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Chapter 2. Current and Resistors


When you connect the terminals of a voltage source to each other, you create a short circuit. This means a high current flow. To limit the current flow, you can use a resistor. The symbol of a resistor is:

Voltage, current and resistance are related to each other as follows:

R = V/I

V is the voltage across the resistor [unit: volts, or V]; I is the current in the resistor [unit: amperes, or A]; R is the resistance [unit: ohms, or Ω].

Example: Imagine you connect a 1000Ω (or 1kΩ) resistor to a 9V battery. In that case, the current in the resistor (and in the battery of course!) will be: I = V/R = 9V / 1000Ω = 9mA (milli-amps).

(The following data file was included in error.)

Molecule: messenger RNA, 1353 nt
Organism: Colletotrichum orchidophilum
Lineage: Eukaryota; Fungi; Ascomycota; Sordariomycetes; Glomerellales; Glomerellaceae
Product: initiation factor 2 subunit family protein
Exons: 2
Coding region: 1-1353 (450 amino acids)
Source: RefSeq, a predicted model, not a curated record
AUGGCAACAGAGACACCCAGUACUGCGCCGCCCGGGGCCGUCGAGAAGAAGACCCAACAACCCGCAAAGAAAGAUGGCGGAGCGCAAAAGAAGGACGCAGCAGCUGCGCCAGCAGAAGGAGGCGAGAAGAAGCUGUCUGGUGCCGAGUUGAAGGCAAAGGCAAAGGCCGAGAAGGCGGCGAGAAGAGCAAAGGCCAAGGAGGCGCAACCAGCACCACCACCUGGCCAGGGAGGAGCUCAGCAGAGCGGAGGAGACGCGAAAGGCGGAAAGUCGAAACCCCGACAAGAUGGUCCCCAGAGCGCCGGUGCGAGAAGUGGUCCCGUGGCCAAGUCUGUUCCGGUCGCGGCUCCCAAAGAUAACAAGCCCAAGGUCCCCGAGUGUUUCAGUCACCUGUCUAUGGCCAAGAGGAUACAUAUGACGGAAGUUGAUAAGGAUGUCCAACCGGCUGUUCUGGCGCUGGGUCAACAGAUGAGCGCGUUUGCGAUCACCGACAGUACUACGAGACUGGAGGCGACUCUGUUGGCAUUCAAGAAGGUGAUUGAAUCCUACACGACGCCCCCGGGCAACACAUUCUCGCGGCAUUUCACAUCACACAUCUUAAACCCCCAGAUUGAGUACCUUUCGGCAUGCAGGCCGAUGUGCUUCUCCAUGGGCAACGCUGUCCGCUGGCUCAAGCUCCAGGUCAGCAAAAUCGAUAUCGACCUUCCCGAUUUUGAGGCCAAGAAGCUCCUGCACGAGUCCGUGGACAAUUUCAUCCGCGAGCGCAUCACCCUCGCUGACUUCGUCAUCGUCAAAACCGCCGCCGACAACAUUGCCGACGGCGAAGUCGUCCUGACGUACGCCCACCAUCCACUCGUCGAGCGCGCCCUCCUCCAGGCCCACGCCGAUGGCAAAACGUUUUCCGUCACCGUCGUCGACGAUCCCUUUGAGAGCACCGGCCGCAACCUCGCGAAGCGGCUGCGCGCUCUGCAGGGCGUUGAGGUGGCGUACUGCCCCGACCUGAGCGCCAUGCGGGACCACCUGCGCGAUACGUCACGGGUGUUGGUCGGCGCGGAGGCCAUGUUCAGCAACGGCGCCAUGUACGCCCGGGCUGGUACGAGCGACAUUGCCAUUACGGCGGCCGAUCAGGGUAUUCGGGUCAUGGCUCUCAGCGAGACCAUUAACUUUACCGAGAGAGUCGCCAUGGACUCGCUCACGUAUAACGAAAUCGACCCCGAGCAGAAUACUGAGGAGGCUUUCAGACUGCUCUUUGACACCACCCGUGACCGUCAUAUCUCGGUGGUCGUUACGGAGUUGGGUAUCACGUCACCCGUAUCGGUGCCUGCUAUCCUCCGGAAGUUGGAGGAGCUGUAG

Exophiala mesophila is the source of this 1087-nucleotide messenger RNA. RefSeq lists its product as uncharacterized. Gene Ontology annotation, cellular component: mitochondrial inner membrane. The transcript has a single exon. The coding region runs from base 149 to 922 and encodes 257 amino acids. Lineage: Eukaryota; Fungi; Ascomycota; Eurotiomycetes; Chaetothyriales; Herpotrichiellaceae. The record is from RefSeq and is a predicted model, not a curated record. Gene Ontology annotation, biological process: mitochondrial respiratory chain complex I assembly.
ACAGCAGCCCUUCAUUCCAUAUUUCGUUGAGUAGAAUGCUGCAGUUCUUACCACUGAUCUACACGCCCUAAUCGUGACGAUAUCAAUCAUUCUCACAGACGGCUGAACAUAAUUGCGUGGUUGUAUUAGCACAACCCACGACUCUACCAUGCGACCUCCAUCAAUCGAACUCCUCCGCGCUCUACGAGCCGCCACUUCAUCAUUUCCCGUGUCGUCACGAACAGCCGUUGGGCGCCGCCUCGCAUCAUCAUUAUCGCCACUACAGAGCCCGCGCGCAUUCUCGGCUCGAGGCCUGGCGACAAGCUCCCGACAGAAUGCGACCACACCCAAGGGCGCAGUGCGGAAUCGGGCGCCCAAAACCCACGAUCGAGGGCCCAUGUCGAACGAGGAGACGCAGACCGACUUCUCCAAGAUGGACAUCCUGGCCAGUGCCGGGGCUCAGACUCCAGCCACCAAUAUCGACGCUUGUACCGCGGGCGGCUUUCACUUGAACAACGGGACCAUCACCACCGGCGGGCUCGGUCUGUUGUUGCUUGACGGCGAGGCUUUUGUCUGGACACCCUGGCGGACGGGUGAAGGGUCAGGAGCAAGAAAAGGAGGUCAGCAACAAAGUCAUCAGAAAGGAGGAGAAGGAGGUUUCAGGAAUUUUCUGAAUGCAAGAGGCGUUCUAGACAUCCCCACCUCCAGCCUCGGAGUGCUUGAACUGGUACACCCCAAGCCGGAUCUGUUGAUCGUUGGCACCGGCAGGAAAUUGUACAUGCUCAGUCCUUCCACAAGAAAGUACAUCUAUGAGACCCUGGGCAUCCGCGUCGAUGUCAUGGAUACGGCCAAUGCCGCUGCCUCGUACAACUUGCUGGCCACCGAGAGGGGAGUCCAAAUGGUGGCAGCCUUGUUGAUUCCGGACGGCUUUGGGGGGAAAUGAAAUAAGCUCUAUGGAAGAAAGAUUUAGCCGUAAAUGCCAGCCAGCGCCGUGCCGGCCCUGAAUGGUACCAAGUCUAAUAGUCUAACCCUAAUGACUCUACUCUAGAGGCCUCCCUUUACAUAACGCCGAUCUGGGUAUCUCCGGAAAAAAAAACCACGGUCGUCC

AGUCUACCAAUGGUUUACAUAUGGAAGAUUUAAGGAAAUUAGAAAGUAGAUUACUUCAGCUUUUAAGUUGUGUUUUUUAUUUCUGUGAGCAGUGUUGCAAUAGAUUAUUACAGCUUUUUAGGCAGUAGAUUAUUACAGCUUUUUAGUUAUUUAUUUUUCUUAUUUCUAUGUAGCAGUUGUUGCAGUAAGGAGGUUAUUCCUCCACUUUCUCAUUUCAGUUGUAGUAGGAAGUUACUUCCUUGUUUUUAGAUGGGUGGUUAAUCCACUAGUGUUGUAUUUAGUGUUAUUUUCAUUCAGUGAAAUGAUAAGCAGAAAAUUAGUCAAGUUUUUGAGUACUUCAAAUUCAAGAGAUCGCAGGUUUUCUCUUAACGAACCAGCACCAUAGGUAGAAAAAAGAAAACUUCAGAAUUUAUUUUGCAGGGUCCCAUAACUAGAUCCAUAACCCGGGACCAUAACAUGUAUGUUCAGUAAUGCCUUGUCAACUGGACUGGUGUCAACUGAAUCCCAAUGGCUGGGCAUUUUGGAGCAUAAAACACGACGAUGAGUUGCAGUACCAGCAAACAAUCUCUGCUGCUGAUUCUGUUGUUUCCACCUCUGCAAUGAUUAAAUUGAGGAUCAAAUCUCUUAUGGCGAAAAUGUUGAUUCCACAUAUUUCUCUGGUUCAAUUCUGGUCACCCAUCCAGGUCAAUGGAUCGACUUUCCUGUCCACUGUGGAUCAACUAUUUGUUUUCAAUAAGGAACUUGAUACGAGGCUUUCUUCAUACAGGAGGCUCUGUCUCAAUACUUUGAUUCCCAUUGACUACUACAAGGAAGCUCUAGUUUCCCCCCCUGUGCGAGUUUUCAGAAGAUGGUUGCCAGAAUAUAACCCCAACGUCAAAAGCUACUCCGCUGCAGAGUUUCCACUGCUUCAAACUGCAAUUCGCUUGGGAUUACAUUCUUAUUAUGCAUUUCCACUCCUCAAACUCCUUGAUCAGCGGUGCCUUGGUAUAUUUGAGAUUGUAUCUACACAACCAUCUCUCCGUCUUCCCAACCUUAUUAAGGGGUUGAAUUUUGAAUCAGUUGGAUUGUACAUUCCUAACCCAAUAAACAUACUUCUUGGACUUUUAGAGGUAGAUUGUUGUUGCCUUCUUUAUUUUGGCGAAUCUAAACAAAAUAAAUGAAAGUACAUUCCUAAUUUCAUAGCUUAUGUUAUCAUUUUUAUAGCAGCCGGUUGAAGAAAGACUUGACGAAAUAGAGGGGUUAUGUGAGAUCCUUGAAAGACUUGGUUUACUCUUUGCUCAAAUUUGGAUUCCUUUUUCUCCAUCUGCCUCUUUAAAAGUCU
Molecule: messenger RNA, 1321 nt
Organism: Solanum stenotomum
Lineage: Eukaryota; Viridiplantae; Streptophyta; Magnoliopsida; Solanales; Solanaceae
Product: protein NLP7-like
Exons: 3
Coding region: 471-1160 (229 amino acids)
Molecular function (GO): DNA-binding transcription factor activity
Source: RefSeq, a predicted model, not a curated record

You can't buy resistors of any value. You can choose from a series of resistors, e.g. the E12 series. The E12 series has the following values: 10, 12, 15, 18, 22, 27, 33, 39, 47, 56, 68, 82. If you want other values, you may select one from another (more expensive) series, or create one by connecting multiple resistors in series or parallel.

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